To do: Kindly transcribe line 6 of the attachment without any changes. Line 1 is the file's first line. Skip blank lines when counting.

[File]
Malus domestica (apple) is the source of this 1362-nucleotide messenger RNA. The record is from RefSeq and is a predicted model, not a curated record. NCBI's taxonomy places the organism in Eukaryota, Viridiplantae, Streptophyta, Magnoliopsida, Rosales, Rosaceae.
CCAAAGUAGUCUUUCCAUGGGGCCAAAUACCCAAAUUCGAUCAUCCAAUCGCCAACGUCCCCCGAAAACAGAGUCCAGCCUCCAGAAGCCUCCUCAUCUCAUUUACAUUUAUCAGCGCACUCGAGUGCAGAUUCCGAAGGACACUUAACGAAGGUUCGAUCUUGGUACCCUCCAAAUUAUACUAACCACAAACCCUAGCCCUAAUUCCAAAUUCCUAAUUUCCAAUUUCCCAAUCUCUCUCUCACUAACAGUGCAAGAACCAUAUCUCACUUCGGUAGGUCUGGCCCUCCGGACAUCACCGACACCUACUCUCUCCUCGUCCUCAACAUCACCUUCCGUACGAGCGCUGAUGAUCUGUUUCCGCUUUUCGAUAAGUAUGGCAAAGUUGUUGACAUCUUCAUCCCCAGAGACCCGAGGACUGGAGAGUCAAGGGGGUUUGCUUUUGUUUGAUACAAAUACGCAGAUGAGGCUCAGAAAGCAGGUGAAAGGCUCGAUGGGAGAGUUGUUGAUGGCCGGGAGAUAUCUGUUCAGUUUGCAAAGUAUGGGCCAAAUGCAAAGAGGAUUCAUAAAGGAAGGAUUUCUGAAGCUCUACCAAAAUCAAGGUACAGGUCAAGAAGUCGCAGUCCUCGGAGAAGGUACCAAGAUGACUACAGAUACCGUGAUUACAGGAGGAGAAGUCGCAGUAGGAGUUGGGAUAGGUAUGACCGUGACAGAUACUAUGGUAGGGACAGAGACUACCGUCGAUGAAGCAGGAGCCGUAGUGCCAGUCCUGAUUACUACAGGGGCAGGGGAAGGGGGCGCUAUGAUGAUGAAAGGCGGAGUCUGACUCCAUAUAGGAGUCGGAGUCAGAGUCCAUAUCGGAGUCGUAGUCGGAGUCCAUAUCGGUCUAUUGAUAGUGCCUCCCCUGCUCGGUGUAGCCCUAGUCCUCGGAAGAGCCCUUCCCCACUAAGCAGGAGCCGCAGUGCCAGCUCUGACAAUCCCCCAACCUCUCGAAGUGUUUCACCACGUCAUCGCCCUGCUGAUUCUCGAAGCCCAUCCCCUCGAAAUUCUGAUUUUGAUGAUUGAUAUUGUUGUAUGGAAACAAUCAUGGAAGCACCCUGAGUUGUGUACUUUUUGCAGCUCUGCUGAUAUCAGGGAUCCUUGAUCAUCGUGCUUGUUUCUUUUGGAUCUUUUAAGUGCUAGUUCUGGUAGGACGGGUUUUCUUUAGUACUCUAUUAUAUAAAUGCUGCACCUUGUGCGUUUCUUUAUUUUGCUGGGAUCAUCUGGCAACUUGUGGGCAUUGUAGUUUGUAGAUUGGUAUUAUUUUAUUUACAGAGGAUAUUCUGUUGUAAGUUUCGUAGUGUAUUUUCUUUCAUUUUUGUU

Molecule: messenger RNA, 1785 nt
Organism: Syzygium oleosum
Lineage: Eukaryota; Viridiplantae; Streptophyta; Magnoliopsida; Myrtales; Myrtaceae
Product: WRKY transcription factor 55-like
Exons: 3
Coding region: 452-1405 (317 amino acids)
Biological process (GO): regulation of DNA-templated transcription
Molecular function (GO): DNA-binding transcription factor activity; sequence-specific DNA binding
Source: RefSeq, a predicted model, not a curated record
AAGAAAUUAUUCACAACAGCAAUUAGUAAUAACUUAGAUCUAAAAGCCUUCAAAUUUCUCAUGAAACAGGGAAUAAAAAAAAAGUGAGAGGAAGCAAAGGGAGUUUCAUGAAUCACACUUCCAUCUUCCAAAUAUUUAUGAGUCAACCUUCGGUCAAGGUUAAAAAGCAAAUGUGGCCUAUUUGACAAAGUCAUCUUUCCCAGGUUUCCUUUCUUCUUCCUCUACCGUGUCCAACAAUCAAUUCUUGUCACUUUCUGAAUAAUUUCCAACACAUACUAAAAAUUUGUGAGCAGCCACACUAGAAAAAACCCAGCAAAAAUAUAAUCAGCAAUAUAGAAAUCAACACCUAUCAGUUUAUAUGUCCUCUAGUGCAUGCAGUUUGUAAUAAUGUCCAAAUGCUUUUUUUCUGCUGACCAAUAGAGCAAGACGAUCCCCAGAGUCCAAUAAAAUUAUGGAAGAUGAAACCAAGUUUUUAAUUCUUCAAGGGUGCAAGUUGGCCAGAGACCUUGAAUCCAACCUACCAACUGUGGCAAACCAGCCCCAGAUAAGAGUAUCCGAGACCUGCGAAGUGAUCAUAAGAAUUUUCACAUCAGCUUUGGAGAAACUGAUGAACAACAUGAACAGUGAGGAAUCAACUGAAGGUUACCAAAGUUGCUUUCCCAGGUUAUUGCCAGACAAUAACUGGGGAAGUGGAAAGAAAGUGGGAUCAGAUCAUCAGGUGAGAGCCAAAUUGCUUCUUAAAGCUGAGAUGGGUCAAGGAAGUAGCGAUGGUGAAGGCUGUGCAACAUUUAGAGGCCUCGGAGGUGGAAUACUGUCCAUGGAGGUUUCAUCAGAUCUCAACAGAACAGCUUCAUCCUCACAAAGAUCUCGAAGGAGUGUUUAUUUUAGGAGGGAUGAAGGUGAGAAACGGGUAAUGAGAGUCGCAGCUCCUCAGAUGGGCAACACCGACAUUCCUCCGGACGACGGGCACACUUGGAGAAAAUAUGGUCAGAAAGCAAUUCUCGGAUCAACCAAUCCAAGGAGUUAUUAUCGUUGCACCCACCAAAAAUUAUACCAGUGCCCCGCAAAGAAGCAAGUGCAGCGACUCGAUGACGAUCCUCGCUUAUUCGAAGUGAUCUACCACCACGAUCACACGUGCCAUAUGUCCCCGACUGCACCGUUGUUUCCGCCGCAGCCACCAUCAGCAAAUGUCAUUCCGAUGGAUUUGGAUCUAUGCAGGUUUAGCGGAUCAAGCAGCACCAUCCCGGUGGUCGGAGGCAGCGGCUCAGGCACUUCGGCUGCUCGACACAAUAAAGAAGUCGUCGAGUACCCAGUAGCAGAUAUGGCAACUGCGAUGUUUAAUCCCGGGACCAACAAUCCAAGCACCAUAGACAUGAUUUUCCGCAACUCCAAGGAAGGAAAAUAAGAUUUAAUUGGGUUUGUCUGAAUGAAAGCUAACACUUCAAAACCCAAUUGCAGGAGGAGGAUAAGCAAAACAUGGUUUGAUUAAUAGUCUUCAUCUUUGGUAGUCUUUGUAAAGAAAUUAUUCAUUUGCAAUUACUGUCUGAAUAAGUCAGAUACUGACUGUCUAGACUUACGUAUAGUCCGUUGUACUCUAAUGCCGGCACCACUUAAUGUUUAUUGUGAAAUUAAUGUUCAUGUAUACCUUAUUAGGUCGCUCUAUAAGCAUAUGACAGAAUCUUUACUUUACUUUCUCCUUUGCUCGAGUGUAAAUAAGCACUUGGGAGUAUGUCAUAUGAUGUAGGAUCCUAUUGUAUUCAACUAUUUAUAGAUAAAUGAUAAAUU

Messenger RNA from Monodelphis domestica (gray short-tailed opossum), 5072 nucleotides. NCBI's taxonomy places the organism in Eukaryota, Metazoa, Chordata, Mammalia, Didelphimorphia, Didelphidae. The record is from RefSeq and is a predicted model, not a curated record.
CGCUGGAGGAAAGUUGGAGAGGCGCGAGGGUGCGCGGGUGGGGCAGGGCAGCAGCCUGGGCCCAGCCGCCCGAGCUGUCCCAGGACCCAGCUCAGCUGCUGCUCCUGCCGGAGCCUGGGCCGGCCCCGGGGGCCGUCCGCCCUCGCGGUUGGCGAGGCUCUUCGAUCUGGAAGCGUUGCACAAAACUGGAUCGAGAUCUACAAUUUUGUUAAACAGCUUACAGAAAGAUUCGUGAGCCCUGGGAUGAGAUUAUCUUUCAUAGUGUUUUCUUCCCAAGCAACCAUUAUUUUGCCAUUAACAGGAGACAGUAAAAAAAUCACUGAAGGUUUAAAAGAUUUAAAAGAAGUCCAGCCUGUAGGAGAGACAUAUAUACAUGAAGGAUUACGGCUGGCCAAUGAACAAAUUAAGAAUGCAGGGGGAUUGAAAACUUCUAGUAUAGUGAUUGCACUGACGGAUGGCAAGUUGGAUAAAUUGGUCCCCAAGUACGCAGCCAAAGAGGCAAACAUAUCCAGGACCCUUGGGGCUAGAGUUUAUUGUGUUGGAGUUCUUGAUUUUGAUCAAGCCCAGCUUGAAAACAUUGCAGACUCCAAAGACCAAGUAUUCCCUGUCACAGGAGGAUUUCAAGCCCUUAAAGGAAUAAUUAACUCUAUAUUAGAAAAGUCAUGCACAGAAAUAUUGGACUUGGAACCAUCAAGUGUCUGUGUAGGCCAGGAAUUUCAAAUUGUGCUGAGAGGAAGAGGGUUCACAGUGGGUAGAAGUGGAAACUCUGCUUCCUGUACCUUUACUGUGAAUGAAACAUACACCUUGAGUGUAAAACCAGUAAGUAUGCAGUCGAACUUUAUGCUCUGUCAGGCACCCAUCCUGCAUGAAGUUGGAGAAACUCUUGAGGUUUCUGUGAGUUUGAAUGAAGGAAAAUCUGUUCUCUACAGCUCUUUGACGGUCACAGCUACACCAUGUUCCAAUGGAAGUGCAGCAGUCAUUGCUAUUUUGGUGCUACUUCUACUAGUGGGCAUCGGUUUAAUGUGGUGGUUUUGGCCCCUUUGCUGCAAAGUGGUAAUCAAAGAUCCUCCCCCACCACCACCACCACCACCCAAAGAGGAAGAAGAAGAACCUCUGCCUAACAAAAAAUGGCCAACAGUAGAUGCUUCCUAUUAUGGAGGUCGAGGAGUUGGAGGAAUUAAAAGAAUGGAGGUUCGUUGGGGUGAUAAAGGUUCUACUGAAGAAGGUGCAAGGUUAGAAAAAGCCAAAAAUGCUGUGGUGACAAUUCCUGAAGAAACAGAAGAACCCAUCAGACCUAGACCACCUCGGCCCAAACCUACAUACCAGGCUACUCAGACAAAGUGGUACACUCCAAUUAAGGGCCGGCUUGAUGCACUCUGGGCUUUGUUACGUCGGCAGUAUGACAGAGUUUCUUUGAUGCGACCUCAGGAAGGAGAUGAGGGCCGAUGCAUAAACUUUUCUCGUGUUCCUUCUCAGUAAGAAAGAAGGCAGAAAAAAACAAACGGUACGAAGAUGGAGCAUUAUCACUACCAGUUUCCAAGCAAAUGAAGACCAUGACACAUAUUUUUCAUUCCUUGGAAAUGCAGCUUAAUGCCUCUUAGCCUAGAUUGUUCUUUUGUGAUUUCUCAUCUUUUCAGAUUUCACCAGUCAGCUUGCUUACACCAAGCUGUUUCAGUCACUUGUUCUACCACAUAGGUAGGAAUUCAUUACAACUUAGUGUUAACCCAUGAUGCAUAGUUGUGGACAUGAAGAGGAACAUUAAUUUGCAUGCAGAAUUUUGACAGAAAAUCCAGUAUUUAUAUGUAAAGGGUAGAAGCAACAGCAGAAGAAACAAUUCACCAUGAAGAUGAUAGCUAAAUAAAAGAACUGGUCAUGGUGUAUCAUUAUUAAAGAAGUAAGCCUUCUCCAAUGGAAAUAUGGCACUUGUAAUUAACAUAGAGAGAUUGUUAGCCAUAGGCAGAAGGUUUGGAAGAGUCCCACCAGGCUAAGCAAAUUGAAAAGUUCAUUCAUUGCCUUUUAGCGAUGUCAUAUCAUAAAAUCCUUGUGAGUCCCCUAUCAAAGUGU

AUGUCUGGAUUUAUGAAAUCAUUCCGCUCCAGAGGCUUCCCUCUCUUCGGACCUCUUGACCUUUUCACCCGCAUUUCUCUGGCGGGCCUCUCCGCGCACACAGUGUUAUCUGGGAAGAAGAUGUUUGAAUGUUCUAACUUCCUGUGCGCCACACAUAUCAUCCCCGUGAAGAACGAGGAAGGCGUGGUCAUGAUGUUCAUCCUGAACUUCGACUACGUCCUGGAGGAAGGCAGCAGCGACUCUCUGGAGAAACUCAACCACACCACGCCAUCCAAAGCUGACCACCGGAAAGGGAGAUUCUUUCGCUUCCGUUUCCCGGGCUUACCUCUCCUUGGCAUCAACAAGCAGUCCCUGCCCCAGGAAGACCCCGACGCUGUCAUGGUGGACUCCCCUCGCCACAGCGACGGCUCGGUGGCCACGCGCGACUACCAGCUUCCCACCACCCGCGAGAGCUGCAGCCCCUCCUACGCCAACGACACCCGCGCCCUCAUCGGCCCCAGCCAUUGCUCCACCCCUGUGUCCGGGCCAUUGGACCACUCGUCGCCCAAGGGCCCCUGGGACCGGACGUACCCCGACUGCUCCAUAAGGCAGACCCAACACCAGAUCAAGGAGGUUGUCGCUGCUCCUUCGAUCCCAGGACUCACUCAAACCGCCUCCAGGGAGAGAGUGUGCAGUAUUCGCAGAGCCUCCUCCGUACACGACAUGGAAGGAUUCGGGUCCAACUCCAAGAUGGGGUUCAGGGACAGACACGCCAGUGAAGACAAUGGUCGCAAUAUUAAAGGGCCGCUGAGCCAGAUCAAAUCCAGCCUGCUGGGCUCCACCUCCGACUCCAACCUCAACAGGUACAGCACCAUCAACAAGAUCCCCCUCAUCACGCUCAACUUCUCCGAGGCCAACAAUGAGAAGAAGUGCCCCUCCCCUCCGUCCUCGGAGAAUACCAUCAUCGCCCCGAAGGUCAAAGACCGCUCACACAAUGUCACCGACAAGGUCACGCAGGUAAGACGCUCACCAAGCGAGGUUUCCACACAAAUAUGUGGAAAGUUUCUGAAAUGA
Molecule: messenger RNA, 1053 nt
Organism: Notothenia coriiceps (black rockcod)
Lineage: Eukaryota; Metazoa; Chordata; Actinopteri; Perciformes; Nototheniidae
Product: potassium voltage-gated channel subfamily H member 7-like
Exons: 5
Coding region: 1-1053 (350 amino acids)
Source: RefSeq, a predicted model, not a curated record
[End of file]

Product: WRKY transcription factor 55-like